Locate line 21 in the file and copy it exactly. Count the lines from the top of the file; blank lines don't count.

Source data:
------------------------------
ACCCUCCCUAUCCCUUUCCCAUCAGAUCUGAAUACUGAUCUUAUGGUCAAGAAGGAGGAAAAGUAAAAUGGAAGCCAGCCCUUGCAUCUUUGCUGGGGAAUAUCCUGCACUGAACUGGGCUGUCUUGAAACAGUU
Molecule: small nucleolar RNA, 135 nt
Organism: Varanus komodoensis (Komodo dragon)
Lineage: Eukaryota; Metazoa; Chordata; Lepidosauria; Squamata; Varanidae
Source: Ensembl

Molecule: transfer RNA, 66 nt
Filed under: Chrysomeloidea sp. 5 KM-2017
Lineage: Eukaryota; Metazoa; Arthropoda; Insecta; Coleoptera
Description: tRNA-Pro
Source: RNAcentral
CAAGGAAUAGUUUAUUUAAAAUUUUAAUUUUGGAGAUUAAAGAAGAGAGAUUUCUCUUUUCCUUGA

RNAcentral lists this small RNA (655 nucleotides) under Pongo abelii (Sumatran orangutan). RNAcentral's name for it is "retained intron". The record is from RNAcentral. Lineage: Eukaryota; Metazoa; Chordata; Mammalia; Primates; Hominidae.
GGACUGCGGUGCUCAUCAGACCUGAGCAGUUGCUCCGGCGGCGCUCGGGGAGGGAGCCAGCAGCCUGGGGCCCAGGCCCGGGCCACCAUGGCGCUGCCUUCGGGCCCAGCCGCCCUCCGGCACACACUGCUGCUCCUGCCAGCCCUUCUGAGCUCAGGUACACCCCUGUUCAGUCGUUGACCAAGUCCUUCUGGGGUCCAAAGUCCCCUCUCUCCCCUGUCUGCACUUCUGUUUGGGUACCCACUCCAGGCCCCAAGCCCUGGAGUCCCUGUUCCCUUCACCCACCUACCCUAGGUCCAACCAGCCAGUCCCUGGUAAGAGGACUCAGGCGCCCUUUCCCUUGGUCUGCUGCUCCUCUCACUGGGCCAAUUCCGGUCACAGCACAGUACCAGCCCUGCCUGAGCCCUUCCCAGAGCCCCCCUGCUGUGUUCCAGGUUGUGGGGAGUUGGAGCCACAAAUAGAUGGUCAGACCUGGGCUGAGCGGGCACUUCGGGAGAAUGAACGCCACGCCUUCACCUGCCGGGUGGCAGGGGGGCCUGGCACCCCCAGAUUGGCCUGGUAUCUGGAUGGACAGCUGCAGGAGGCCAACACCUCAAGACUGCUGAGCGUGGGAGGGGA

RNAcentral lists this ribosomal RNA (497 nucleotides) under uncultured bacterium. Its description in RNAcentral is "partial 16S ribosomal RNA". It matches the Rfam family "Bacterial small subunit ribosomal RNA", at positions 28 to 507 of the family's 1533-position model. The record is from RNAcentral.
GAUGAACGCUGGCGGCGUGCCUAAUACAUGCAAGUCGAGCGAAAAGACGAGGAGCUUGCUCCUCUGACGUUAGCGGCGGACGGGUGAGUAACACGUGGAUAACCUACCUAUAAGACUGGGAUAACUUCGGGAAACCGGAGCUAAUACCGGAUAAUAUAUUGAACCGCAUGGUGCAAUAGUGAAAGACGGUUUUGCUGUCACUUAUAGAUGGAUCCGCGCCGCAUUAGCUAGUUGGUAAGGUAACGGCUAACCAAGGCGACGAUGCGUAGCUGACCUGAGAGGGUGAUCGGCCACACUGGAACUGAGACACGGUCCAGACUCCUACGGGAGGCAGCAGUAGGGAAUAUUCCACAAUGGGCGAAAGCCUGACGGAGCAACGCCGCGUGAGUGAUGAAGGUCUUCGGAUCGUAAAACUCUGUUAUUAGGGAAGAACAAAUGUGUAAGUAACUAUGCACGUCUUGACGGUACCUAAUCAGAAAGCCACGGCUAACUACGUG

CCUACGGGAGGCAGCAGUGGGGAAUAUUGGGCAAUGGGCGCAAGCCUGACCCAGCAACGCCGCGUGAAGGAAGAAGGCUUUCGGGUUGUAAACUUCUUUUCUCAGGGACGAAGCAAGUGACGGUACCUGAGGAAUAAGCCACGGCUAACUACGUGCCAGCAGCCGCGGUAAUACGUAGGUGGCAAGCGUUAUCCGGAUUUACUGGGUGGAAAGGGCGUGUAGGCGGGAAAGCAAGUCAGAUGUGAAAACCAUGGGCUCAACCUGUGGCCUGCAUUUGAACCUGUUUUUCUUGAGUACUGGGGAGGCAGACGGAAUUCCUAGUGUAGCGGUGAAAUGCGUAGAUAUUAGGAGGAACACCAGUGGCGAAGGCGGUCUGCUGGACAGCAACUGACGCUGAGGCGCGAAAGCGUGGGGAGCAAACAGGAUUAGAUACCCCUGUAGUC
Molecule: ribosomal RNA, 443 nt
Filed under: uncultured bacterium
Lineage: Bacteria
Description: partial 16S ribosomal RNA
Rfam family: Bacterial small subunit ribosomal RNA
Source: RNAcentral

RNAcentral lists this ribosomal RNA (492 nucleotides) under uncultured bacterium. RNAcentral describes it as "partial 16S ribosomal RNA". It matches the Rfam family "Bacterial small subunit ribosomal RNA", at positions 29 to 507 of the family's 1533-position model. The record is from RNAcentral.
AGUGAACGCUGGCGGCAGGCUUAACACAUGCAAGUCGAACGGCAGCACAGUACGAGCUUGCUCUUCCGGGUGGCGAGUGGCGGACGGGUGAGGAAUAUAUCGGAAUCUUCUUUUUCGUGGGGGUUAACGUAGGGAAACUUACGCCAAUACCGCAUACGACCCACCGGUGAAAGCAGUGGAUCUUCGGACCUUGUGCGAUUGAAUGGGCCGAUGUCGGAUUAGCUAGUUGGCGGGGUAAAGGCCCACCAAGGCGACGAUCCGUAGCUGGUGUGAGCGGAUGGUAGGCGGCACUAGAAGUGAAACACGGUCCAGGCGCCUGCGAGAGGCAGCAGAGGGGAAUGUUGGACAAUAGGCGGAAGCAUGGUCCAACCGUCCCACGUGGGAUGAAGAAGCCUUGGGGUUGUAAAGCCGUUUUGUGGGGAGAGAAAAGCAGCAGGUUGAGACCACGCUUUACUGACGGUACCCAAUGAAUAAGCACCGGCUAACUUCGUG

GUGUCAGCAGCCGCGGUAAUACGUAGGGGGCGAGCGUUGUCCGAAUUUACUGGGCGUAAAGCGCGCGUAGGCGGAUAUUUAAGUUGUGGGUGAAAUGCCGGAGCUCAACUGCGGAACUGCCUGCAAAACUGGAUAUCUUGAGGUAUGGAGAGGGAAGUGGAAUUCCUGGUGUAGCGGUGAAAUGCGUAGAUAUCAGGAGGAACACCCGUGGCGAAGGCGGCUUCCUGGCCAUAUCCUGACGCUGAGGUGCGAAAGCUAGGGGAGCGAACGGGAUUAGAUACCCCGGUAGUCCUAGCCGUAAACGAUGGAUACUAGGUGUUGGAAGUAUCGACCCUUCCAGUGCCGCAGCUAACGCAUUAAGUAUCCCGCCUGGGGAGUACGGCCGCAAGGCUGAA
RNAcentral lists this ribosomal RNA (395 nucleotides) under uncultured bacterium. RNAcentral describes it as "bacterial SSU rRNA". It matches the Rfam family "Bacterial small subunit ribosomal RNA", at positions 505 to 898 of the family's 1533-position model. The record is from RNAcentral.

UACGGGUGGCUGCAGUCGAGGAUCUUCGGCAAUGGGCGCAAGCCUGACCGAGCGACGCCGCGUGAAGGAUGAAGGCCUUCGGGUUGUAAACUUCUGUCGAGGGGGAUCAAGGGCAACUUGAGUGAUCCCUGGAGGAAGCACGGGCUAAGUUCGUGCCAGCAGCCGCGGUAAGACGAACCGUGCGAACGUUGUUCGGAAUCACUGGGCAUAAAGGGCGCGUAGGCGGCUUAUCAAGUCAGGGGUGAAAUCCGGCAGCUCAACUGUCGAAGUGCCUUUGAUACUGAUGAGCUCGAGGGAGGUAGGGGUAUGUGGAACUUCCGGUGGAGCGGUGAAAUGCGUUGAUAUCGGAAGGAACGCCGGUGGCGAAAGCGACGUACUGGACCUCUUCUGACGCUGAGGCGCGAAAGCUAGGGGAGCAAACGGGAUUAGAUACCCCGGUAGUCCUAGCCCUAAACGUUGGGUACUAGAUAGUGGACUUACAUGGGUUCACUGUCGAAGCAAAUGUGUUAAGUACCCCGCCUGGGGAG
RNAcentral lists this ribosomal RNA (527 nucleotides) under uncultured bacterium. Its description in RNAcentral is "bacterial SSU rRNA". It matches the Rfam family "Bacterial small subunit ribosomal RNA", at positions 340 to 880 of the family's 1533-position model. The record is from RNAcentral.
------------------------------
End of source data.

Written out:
Rfam family: Bacterial small subunit ribosomal RNA